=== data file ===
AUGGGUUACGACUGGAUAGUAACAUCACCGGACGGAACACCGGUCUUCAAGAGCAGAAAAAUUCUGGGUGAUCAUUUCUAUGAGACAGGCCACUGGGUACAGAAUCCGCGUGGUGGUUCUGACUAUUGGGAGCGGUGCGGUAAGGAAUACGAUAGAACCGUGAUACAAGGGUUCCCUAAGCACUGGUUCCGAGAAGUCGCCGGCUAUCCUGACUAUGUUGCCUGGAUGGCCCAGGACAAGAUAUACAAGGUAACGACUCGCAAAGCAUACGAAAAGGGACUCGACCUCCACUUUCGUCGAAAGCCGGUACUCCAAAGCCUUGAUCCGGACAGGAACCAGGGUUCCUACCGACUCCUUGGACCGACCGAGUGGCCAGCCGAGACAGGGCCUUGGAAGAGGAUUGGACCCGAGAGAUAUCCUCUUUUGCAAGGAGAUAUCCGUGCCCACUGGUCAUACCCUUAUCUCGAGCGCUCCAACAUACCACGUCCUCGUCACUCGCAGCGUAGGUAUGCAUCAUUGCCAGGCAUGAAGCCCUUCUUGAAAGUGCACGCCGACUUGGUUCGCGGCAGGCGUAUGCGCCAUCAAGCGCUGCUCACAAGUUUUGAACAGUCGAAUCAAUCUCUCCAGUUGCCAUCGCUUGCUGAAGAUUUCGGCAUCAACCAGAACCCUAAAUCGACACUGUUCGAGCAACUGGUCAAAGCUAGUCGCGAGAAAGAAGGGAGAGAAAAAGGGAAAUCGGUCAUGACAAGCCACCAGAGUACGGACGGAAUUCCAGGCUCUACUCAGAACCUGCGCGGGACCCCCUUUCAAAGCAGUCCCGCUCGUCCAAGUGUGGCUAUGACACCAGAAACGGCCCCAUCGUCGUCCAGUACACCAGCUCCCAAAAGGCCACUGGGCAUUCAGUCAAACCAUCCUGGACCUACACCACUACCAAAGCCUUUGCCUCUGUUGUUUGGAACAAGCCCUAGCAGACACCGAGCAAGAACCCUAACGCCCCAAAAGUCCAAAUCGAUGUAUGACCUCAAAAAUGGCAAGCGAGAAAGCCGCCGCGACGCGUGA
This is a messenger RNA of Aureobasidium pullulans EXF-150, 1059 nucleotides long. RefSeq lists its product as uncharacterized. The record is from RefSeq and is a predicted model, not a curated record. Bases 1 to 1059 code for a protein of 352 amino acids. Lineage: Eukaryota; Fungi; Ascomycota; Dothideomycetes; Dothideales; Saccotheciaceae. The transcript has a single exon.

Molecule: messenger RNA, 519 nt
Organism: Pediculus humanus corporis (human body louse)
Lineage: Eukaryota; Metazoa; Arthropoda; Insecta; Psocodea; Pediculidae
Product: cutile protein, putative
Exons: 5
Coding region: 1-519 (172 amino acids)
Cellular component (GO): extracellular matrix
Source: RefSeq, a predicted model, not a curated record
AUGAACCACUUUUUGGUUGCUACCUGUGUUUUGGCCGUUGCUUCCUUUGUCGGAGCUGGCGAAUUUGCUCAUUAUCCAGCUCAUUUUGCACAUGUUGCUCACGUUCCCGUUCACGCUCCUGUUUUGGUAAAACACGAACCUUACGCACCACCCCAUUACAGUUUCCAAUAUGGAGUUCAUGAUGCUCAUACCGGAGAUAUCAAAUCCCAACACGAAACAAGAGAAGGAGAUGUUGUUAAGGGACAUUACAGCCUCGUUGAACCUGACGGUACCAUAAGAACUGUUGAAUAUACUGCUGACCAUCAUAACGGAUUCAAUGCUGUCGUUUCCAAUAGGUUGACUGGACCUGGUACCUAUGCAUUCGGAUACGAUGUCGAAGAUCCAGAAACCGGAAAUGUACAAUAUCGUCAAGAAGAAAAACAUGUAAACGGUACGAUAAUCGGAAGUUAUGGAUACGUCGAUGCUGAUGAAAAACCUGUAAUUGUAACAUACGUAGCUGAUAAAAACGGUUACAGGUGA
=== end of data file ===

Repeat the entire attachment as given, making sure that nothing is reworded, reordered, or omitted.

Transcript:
AUGGGUUACGACUGGAUAGUAACAUCACCGGACGGAACACCGGUCUUCAAGAGCAGAAAAAUUCUGGGUGAUCAUUUCUAUGAGACAGGCCACUGGGUACAGAAUCCGCGUGGUGGUUCUGACUAUUGGGAGCGGUGCGGUAAGGAAUACGAUAGAACCGUGAUACAAGGGUUCCCUAAGCACUGGUUCCGAGAAGUCGCCGGCUAUCCUGACUAUGUUGCCUGGAUGGCCCAGGACAAGAUAUACAAGGUAACGACUCGCAAAGCAUACGAAAAGGGACUCGACCUCCACUUUCGUCGAAAGCCGGUACUCCAAAGCCUUGAUCCGGACAGGAACCAGGGUUCCUACCGACUCCUUGGACCGACCGAGUGGCCAGCCGAGACAGGGCCUUGGAAGAGGAUUGGACCCGAGAGAUAUCCUCUUUUGCAAGGAGAUAUCCGUGCCCACUGGUCAUACCCUUAUCUCGAGCGCUCCAACAUACCACGUCCUCGUCACUCGCAGCGUAGGUAUGCAUCAUUGCCAGGCAUGAAGCCCUUCUUGAAAGUGCACGCCGACUUGGUUCGCGGCAGGCGUAUGCGCCAUCAAGCGCUGCUCACAAGUUUUGAACAGUCGAAUCAAUCUCUCCAGUUGCCAUCGCUUGCUGAAGAUUUCGGCAUCAACCAGAACCCUAAAUCGACACUGUUCGAGCAACUGGUCAAAGCUAGUCGCGAGAAAGAAGGGAGAGAAAAAGGGAAAUCGGUCAUGACAAGCCACCAGAGUACGGACGGAAUUCCAGGCUCUACUCAGAACCUGCGCGGGACCCCCUUUCAAAGCAGUCCCGCUCGUCCAAGUGUGGCUAUGACACCAGAAACGGCCCCAUCGUCGUCCAGUACACCAGCUCCCAAAAGGCCACUGGGCAUUCAGUCAAACCAUCCUGGACCUACACCACUACCAAAGCCUUUGCCUCUGUUGUUUGGAACAAGCCCUAGCAGACACCGAGCAAGAACCCUAACGCCCCAAAAGUCCAAAUCGAUGUAUGACCUCAAAAAUGGCAAGCGAGAAAGCCGCCGCGACGCGUGA
This is a messenger RNA of Aureobasidium pullulans EXF-150, 1059 nucleotides long. RefSeq lists its product as uncharacterized. The record is from RefSeq and is a predicted model, not a curated record. Bases 1 to 1059 code for a protein of 352 amino acids. Lineage: Eukaryota; Fungi; Ascomycota; Dothideomycetes; Dothideales; Saccotheciaceae. The transcript has a single exon.

Molecule: messenger RNA, 519 nt
Organism: Pediculus humanus corporis (human body louse)
Lineage: Eukaryota; Metazoa; Arthropoda; Insecta; Psocodea; Pediculidae
Product: cutile protein, putative
Exons: 5
Coding region: 1-519 (172 amino acids)
Cellular component (GO): extracellular matrix
Source: RefSeq, a predicted model, not a curated record
AUGAACCACUUUUUGGUUGCUACCUGUGUUUUGGCCGUUGCUUCCUUUGUCGGAGCUGGCGAAUUUGCUCAUUAUCCAGCUCAUUUUGCACAUGUUGCUCACGUUCCCGUUCACGCUCCUGUUUUGGUAAAACACGAACCUUACGCACCACCCCAUUACAGUUUCCAAUAUGGAGUUCAUGAUGCUCAUACCGGAGAUAUCAAAUCCCAACACGAAACAAGAGAAGGAGAUGUUGUUAAGGGACAUUACAGCCUCGUUGAACCUGACGGUACCAUAAGAACUGUUGAAUAUACUGCUGACCAUCAUAACGGAUUCAAUGCUGUCGUUUCCAAUAGGUUGACUGGACCUGGUACCUAUGCAUUCGGAUACGAUGUCGAAGAUCCAGAAACCGGAAAUGUACAAUAUCGUCAAGAAGAAAAACAUGUAAACGGUACGAUAAUCGGAAGUUAUGGAUACGUCGAUGCUGAUGAAAAACCUGUAAUUGUAACAUACGUAGCUGAUAAAAACGGUUACAGGUGA